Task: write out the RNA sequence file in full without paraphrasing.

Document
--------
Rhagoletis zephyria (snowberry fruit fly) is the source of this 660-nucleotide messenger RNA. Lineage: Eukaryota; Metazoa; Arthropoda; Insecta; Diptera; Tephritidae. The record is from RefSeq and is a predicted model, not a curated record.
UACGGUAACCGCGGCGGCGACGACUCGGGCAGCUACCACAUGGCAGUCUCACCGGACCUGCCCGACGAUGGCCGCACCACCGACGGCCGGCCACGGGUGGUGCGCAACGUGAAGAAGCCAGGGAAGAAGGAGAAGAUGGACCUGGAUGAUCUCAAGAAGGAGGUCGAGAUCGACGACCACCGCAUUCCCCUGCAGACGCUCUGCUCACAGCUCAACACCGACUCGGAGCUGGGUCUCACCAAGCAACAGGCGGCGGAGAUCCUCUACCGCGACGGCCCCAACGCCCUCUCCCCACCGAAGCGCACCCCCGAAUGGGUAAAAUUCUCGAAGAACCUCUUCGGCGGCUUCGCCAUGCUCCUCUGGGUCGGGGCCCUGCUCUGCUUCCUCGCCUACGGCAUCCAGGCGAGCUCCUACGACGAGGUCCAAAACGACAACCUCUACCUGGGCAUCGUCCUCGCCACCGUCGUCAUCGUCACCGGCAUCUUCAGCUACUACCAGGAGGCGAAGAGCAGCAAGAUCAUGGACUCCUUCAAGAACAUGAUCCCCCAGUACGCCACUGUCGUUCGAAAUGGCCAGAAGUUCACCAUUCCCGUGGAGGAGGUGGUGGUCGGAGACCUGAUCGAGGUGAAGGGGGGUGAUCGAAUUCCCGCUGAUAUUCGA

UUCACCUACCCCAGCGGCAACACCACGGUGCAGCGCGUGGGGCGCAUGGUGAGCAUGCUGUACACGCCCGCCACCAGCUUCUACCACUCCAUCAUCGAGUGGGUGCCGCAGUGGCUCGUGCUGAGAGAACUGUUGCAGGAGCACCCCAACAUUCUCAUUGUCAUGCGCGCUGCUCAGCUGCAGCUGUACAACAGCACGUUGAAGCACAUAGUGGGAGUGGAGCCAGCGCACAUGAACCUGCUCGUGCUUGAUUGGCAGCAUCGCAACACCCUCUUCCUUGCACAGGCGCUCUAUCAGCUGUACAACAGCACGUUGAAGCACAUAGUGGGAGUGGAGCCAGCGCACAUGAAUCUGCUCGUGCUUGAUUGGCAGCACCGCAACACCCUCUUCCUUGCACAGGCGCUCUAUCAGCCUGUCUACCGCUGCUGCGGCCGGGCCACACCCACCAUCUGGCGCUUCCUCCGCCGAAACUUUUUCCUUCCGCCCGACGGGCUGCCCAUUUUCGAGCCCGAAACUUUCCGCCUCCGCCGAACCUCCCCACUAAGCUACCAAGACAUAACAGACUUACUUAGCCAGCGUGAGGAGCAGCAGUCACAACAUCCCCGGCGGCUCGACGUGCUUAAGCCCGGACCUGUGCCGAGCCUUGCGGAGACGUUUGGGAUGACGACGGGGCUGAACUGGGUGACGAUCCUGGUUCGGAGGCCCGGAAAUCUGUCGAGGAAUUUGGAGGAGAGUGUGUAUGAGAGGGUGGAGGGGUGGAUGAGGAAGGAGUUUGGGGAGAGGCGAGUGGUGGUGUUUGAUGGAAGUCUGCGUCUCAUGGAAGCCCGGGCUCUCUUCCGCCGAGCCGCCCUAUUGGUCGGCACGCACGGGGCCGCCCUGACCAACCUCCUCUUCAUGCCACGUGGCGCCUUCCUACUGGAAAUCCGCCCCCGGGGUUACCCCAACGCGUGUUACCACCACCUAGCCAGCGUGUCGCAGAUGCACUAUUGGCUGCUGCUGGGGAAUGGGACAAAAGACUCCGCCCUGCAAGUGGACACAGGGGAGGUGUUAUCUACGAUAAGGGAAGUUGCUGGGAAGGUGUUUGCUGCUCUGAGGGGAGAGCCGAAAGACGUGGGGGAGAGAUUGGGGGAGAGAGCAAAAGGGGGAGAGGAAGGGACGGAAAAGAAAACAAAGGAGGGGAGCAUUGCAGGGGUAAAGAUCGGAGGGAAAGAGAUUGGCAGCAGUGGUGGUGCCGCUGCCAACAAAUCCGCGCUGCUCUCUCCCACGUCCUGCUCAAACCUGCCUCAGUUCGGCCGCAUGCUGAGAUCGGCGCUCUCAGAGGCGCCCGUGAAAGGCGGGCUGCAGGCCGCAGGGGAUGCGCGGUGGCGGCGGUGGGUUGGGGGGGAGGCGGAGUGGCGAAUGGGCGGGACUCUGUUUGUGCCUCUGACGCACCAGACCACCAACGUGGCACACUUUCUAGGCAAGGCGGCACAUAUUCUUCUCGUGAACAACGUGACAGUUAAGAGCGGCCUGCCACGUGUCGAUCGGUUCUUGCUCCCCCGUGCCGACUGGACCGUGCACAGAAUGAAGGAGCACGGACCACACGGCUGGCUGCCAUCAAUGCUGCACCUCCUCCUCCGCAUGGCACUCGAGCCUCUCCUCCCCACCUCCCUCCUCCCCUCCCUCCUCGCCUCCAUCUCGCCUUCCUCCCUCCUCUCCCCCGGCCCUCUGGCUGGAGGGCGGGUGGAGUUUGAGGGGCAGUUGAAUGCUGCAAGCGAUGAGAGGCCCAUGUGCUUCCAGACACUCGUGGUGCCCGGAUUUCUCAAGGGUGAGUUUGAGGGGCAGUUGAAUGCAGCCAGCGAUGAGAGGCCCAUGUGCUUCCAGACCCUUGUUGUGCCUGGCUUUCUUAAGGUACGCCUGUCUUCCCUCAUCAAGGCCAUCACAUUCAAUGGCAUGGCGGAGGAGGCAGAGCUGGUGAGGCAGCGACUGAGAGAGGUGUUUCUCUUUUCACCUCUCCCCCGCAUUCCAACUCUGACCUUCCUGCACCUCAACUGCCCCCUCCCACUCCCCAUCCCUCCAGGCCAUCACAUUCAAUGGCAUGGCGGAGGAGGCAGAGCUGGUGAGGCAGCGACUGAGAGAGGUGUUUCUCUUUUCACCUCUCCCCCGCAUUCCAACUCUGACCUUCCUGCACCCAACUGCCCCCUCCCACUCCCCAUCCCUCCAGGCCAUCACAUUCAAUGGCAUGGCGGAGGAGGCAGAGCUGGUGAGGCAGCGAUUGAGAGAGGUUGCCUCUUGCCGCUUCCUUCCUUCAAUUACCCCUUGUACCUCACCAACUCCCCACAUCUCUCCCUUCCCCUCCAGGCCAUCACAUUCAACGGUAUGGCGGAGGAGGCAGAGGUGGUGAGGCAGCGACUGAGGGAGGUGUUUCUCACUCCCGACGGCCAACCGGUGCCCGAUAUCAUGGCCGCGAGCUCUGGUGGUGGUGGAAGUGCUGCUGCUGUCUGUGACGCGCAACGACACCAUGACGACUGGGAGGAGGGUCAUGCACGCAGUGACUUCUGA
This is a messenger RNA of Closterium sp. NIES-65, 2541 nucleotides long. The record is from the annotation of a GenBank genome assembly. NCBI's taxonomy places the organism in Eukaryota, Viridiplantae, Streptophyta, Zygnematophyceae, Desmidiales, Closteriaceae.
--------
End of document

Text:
Rhagoletis zephyria (snowberry fruit fly) is the source of this 660-nucleotide messenger RNA. Lineage: Eukaryota; Metazoa; Arthropoda; Insecta; Diptera; Tephritidae. The record is from RefSeq and is a predicted model, not a curated record.
UACGGUAACCGCGGCGGCGACGACUCGGGCAGCUACCACAUGGCAGUCUCACCGGACCUGCCCGACGAUGGCCGCACCACCGACGGCCGGCCACGGGUGGUGCGCAACGUGAAGAAGCCAGGGAAGAAGGAGAAGAUGGACCUGGAUGAUCUCAAGAAGGAGGUCGAGAUCGACGACCACCGCAUUCCCCUGCAGACGCUCUGCUCACAGCUCAACACCGACUCGGAGCUGGGUCUCACCAAGCAACAGGCGGCGGAGAUCCUCUACCGCGACGGCCCCAACGCCCUCUCCCCACCGAAGCGCACCCCCGAAUGGGUAAAAUUCUCGAAGAACCUCUUCGGCGGCUUCGCCAUGCUCCUCUGGGUCGGGGCCCUGCUCUGCUUCCUCGCCUACGGCAUCCAGGCGAGCUCCUACGACGAGGUCCAAAACGACAACCUCUACCUGGGCAUCGUCCUCGCCACCGUCGUCAUCGUCACCGGCAUCUUCAGCUACUACCAGGAGGCGAAGAGCAGCAAGAUCAUGGACUCCUUCAAGAACAUGAUCCCCCAGUACGCCACUGUCGUUCGAAAUGGCCAGAAGUUCACCAUUCCCGUGGAGGAGGUGGUGGUCGGAGACCUGAUCGAGGUGAAGGGGGGUGAUCGAAUUCCCGCUGAUAUUCGA

UUCACCUACCCCAGCGGCAACACCACGGUGCAGCGCGUGGGGCGCAUGGUGAGCAUGCUGUACACGCCCGCCACCAGCUUCUACCACUCCAUCAUCGAGUGGGUGCCGCAGUGGCUCGUGCUGAGAGAACUGUUGCAGGAGCACCCCAACAUUCUCAUUGUCAUGCGCGCUGCUCAGCUGCAGCUGUACAACAGCACGUUGAAGCACAUAGUGGGAGUGGAGCCAGCGCACAUGAACCUGCUCGUGCUUGAUUGGCAGCAUCGCAACACCCUCUUCCUUGCACAGGCGCUCUAUCAGCUGUACAACAGCACGUUGAAGCACAUAGUGGGAGUGGAGCCAGCGCACAUGAAUCUGCUCGUGCUUGAUUGGCAGCACCGCAACACCCUCUUCCUUGCACAGGCGCUCUAUCAGCCUGUCUACCGCUGCUGCGGCCGGGCCACACCCACCAUCUGGCGCUUCCUCCGCCGAAACUUUUUCCUUCCGCCCGACGGGCUGCCCAUUUUCGAGCCCGAAACUUUCCGCCUCCGCCGAACCUCCCCACUAAGCUACCAAGACAUAACAGACUUACUUAGCCAGCGUGAGGAGCAGCAGUCACAACAUCCCCGGCGGCUCGACGUGCUUAAGCCCGGACCUGUGCCGAGCCUUGCGGAGACGUUUGGGAUGACGACGGGGCUGAACUGGGUGACGAUCCUGGUUCGGAGGCCCGGAAAUCUGUCGAGGAAUUUGGAGGAGAGUGUGUAUGAGAGGGUGGAGGGGUGGAUGAGGAAGGAGUUUGGGGAGAGGCGAGUGGUGGUGUUUGAUGGAAGUCUGCGUCUCAUGGAAGCCCGGGCUCUCUUCCGCCGAGCCGCCCUAUUGGUCGGCACGCACGGGGCCGCCCUGACCAACCUCCUCUUCAUGCCACGUGGCGCCUUCCUACUGGAAAUCCGCCCCCGGGGUUACCCCAACGCGUGUUACCACCACCUAGCCAGCGUGUCGCAGAUGCACUAUUGGCUGCUGCUGGGGAAUGGGACAAAAGACUCCGCCCUGCAAGUGGACACAGGGGAGGUGUUAUCUACGAUAAGGGAAGUUGCUGGGAAGGUGUUUGCUGCUCUGAGGGGAGAGCCGAAAGACGUGGGGGAGAGAUUGGGGGAGAGAGCAAAAGGGGGAGAGGAAGGGACGGAAAAGAAAACAAAGGAGGGGAGCAUUGCAGGGGUAAAGAUCGGAGGGAAAGAGAUUGGCAGCAGUGGUGGUGCCGCUGCCAACAAAUCCGCGCUGCUCUCUCCCACGUCCUGCUCAAACCUGCCUCAGUUCGGCCGCAUGCUGAGAUCGGCGCUCUCAGAGGCGCCCGUGAAAGGCGGGCUGCAGGCCGCAGGGGAUGCGCGGUGGCGGCGGUGGGUUGGGGGGGAGGCGGAGUGGCGAAUGGGCGGGACUCUGUUUGUGCCUCUGACGCACCAGACCACCAACGUGGCACACUUUCUAGGCAAGGCGGCACAUAUUCUUCUCGUGAACAACGUGACAGUUAAGAGCGGCCUGCCACGUGUCGAUCGGUUCUUGCUCCCCCGUGCCGACUGGACCGUGCACAGAAUGAAGGAGCACGGACCACACGGCUGGCUGCCAUCAAUGCUGCACCUCCUCCUCCGCAUGGCACUCGAGCCUCUCCUCCCCACCUCCCUCCUCCCCUCCCUCCUCGCCUCCAUCUCGCCUUCCUCCCUCCUCUCCCCCGGCCCUCUGGCUGGAGGGCGGGUGGAGUUUGAGGGGCAGUUGAAUGCUGCAAGCGAUGAGAGGCCCAUGUGCUUCCAGACACUCGUGGUGCCCGGAUUUCUCAAGGGUGAGUUUGAGGGGCAGUUGAAUGCAGCCAGCGAUGAGAGGCCCAUGUGCUUCCAGACCCUUGUUGUGCCUGGCUUUCUUAAGGUACGCCUGUCUUCCCUCAUCAAGGCCAUCACAUUCAAUGGCAUGGCGGAGGAGGCAGAGCUGGUGAGGCAGCGACUGAGAGAGGUGUUUCUCUUUUCACCUCUCCCCCGCAUUCCAACUCUGACCUUCCUGCACCUCAACUGCCCCCUCCCACUCCCCAUCCCUCCAGGCCAUCACAUUCAAUGGCAUGGCGGAGGAGGCAGAGCUGGUGAGGCAGCGACUGAGAGAGGUGUUUCUCUUUUCACCUCUCCCCCGCAUUCCAACUCUGACCUUCCUGCACCCAACUGCCCCCUCCCACUCCCCAUCCCUCCAGGCCAUCACAUUCAAUGGCAUGGCGGAGGAGGCAGAGCUGGUGAGGCAGCGAUUGAGAGAGGUUGCCUCUUGCCGCUUCCUUCCUUCAAUUACCCCUUGUACCUCACCAACUCCCCACAUCUCUCCCUUCCCCUCCAGGCCAUCACAUUCAACGGUAUGGCGGAGGAGGCAGAGGUGGUGAGGCAGCGACUGAGGGAGGUGUUUCUCACUCCCGACGGCCAACCGGUGCCCGAUAUCAUGGCCGCGAGCUCUGGUGGUGGUGGAAGUGCUGCUGCUGUCUGUGACGCGCAACGACACCAUGACGACUGGGAGGAGGGUCAUGCACGCAGUGACUUCUGA
This is a messenger RNA of Closterium sp. NIES-65, 2541 nucleotides long. The record is from the annotation of a GenBank genome assembly. NCBI's taxonomy places the organism in Eukaryota, Viridiplantae, Streptophyta, Zygnematophyceae, Desmidiales, Closteriaceae.